International Women’s Day 2020: Kath MacKay, Alderley Park

Kath MacKay, MD at Alderley Park

This International Women’s Day we spoke to Dr Kath MacKay, Managing Director at Alderley Park.

Kath joined Bruntwood Sci-Tech’s Alderley Park from Innovate UK, where she was the Director for Ageing Society, Health and Nutrition, leading a team focussed on growing and scaling businesses. Kath has a PhD in Pharmacology from the University of Manchester and has a background in commercial business development and operations for private sector life science companies.

When did you start at Alderley Park?
I joined Alderley Park in October 2019. Prior to this I led the life science team at Innovate UK, the prime channel by which government incentives innovation in business. I’m naturally curious and formerly a scientist.

What does your role involve now?
I’m Managing Director of Alderley Park, the UK’s largest single site life science campus. I’m tasked with setting out the strategy for the site, and realising the vision of becoming a world leading life science and technology innovation campus.

What makes a good leader?
An individual who can create and then standby a compelling vision. Someone who can clearly articulate what needs to be delivered and ruthlessly prioritises around that. Someone who is visible in the organisation and leads by example. An individual who recognises and supports talent and provides opportunities for others.

What’s the best piece of advice you’ve been given during your career?
Find a mentor – someone who can provide sound guidance who is outside of your organisation or reporting lines. Be ambitious and seek new opportunities.

What does it take to be successful in research?
Success in research can mean different things to different people. It can mean publishing papers in high impact journals, leading a scientific team, founding and scaling a business or making a breakthrough discovery. There are some common attributes that apply to all – you’ll need collaboration in spades and the ability to bring together different groups to work together. You’ll need resilience and the ability to learn from knockbacks (negative data though to funding issues). You’ll need a solid understanding of how your finding will make money, why they will use it, who will use it, and how they can find out about it.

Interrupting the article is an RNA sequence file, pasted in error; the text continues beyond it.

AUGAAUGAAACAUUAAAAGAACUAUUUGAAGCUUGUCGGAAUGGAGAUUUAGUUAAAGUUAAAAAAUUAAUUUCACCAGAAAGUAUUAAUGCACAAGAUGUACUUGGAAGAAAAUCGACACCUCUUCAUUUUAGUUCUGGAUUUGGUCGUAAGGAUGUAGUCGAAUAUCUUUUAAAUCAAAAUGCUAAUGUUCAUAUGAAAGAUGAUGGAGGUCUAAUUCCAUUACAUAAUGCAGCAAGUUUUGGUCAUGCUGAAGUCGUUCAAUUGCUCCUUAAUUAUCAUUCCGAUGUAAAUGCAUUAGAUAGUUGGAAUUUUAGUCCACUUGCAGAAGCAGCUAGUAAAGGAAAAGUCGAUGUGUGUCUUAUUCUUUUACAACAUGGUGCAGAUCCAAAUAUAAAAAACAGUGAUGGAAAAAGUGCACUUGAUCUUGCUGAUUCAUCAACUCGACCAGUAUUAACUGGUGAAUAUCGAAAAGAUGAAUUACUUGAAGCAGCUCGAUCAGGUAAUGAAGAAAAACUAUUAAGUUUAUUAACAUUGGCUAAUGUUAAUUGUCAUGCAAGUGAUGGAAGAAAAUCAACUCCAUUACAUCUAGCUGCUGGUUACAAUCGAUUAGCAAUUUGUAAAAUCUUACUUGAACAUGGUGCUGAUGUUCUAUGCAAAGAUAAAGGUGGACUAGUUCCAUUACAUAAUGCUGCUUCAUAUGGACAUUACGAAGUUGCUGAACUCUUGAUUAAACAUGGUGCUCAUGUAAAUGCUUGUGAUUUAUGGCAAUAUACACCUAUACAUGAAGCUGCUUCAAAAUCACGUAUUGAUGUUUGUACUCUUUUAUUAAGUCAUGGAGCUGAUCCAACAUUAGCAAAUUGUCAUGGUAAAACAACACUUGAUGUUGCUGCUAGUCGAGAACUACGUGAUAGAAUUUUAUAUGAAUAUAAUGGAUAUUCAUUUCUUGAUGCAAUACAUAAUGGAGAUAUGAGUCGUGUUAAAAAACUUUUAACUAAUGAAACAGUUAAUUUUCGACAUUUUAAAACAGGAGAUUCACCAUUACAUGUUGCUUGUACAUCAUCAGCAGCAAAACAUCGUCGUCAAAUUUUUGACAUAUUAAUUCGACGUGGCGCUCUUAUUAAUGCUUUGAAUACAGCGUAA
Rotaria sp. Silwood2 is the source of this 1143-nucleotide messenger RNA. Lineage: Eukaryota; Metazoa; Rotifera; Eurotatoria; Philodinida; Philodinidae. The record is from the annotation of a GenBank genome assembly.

How can we encourage more women to take up roles in science?
If you can’t see it you can’t be it – we need to provide a platform for our female scientific leaders.

Which fellow businesswomen do you admire?
Emma Walmsley, CEO of GSK, was the first female leader of the company and is now the highest paid female FTSE100 exec. She’s overhauled the strategy and forged new partnerships in the cancer space and in genetic testing. Bethany Koby of Technology Will Save Us is a technologist and designer who has created a business providing STEAM play experiences inspiring the next generation of makers, coders and designers.

Can you tell us about some of the female entrepreneurs at Alderley Park?                                                                                                        There are so many to choose from! Ruth Roberts founded Apconix, a drug safety company, after coming to the Alderley Park Accelerator with an idea on the back of a napkin. It’s a success company working across the globe with a European HQ. Tiffany Thorn, CEO of BiVictriX, is leading a company developing first in class Antibody Drug Conjugates (ADCs) to target unmet medical need in blood cancer.

For more information about Alderley Park please click here